NNAMDIAnd once I have to have a car, I can't afford to live in the district anymore. I don't want to move far away from my work, but I feel forced to do it. Another solution that has been mentioned it to increase the number of district workers -- in order to increase the number of district workers living in the city is to beef up public transportation and improve its condition and reach, which obviously our last emailer, Jennifer, uses. That will seem to make people more likely to move or live close to that transit. Has the District been looking into that?
TREGONINGOh, my goodness. We absolutely have been looking into it. You probably heard that there's a little streetcar system that we're in the process of doing the planning for. In fact, you probably heard most about the segment that's on H Street. But in fact we're looking at a new street car system bringing back streetcars in the District. Initially, the system would be about 37 miles and just to your point, Kojo, right now about 15 percent of the district residents are within a quarter mile of a Metro stop.
TREGONINGThat's our highest quality transit. With the streetcar expansion for the full 37 miles that would triple the number of people that are within a quarter mile of a fixed guide way transit system. So, that in and of its self I think is going to be game changing for the city. To the caller or to the emailer's, I guess, point, you know, we are looking at where the child age the school age population is in the city and how that's beginning to shift. And making sure that we do have public school options that are convenient in those neighborhoods. And so I defiantly appreciate the point that's been raised.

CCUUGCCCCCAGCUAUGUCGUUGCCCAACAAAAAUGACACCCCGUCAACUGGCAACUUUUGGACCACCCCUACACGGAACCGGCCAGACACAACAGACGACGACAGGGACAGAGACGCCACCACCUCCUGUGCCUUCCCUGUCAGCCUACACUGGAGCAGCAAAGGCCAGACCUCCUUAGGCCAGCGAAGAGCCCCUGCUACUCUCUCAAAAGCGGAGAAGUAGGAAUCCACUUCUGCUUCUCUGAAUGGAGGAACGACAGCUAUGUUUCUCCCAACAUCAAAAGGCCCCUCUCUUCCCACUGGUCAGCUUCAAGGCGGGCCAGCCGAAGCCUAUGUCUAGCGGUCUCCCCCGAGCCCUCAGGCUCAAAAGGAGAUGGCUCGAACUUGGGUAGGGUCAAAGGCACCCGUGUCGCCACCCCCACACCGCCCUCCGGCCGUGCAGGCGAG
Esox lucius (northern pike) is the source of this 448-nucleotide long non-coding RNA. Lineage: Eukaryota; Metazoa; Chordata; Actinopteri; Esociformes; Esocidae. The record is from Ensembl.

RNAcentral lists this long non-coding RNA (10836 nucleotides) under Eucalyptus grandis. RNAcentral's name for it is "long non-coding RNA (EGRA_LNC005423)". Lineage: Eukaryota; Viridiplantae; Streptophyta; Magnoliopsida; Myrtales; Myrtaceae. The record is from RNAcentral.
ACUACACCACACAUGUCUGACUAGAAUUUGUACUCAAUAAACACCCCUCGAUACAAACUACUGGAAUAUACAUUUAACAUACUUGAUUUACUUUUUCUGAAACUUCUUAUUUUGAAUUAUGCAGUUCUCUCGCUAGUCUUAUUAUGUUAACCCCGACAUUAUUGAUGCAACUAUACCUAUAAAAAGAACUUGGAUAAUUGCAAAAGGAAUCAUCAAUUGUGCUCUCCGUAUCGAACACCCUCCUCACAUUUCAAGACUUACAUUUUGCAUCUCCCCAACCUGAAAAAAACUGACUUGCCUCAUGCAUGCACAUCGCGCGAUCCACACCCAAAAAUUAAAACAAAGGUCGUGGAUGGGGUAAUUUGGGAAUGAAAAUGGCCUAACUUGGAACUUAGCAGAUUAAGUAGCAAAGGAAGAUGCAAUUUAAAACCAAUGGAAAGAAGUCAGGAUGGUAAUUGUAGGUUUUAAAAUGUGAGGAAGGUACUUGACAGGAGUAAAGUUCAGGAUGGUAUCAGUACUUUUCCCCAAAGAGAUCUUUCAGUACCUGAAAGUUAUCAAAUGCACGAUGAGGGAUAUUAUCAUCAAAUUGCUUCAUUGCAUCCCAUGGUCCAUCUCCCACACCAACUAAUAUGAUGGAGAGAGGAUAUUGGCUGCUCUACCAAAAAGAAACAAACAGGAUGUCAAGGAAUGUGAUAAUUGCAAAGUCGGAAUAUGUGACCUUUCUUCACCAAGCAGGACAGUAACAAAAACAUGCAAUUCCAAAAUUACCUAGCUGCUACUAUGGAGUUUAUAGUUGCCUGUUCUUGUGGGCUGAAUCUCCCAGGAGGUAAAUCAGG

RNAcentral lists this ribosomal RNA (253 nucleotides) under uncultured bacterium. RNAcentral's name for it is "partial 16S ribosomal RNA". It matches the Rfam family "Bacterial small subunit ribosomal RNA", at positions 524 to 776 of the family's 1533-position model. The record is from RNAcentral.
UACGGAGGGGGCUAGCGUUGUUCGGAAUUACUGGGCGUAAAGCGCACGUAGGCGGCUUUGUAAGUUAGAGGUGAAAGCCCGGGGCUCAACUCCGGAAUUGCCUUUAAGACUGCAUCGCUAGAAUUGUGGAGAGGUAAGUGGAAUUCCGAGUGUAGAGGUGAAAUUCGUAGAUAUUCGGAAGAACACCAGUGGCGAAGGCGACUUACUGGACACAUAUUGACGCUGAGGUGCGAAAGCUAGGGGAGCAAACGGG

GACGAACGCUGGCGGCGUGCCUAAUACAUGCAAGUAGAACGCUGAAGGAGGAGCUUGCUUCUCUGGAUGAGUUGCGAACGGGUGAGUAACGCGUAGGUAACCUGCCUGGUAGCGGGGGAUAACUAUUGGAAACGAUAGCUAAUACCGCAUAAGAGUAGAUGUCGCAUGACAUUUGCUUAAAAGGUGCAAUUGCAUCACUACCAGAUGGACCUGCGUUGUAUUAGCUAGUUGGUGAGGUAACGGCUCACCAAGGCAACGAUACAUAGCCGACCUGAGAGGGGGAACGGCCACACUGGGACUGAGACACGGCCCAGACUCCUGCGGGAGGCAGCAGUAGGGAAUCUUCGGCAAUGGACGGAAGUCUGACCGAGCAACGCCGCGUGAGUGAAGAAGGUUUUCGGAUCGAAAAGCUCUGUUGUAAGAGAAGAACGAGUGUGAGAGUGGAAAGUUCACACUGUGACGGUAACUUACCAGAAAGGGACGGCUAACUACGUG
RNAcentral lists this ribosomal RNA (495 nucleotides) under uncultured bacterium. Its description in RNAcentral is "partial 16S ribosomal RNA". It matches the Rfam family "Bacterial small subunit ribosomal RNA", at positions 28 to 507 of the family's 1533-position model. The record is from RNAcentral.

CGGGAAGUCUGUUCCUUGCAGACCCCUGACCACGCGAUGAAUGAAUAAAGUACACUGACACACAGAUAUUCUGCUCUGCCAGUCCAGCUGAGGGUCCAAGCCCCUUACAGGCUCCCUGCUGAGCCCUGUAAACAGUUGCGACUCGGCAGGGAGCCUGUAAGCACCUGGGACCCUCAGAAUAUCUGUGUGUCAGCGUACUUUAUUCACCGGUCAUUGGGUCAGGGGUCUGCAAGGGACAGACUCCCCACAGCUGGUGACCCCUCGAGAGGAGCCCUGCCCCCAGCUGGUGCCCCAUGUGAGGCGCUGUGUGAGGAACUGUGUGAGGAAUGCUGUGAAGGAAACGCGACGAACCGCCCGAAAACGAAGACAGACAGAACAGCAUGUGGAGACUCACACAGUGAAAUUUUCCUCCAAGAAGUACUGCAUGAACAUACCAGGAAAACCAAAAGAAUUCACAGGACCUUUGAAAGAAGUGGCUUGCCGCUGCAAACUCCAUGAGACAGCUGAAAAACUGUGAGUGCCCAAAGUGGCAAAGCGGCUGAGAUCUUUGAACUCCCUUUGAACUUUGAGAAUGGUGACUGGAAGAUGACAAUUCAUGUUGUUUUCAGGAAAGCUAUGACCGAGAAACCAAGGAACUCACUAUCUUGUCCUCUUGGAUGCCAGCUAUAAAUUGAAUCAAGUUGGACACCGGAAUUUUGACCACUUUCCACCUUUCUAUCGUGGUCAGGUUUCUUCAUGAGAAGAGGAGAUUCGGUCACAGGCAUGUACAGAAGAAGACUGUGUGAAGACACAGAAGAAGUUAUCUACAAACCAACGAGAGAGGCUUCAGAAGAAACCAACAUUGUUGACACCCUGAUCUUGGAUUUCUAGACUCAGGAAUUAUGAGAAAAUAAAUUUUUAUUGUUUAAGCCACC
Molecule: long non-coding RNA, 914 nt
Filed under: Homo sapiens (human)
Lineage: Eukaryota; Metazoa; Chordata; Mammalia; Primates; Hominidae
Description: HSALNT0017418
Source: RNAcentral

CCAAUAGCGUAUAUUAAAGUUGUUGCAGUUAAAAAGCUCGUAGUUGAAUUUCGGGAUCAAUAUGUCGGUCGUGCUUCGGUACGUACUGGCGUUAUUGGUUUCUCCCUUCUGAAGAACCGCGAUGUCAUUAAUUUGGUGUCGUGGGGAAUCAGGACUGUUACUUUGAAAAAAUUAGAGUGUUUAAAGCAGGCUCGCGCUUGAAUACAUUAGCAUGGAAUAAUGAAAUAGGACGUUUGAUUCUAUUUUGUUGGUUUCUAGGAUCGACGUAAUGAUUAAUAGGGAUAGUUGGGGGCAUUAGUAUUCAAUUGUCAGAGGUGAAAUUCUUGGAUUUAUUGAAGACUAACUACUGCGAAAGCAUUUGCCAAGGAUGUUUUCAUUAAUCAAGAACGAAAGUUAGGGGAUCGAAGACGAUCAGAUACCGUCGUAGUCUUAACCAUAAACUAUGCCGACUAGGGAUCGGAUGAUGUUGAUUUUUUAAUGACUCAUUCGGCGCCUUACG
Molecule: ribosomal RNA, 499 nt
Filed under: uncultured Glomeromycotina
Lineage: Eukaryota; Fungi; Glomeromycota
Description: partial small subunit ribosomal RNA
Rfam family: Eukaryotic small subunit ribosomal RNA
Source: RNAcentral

NNAMDIHere's Rob in Rosedale in D.C. Rob, you're on the air. Go ahead, please.
ROBHello, Kojo. I'm calling because I want to get your feedback probably one of the largest lots of unused land in Washington, D.C. which is the RFK parking, the northern and the southern parking lots. And we in Rosedale and Kingman Park have been working for years to try and bring some development there. And recently the mayor traveled to Tampa to see what they did with the Tampa Bay Buccaneers training facilities. But also at the time community people in the neighborhood have come up a proposal to bring playing fields and soccer fields and sportsplex to the RFK parking lots north of us.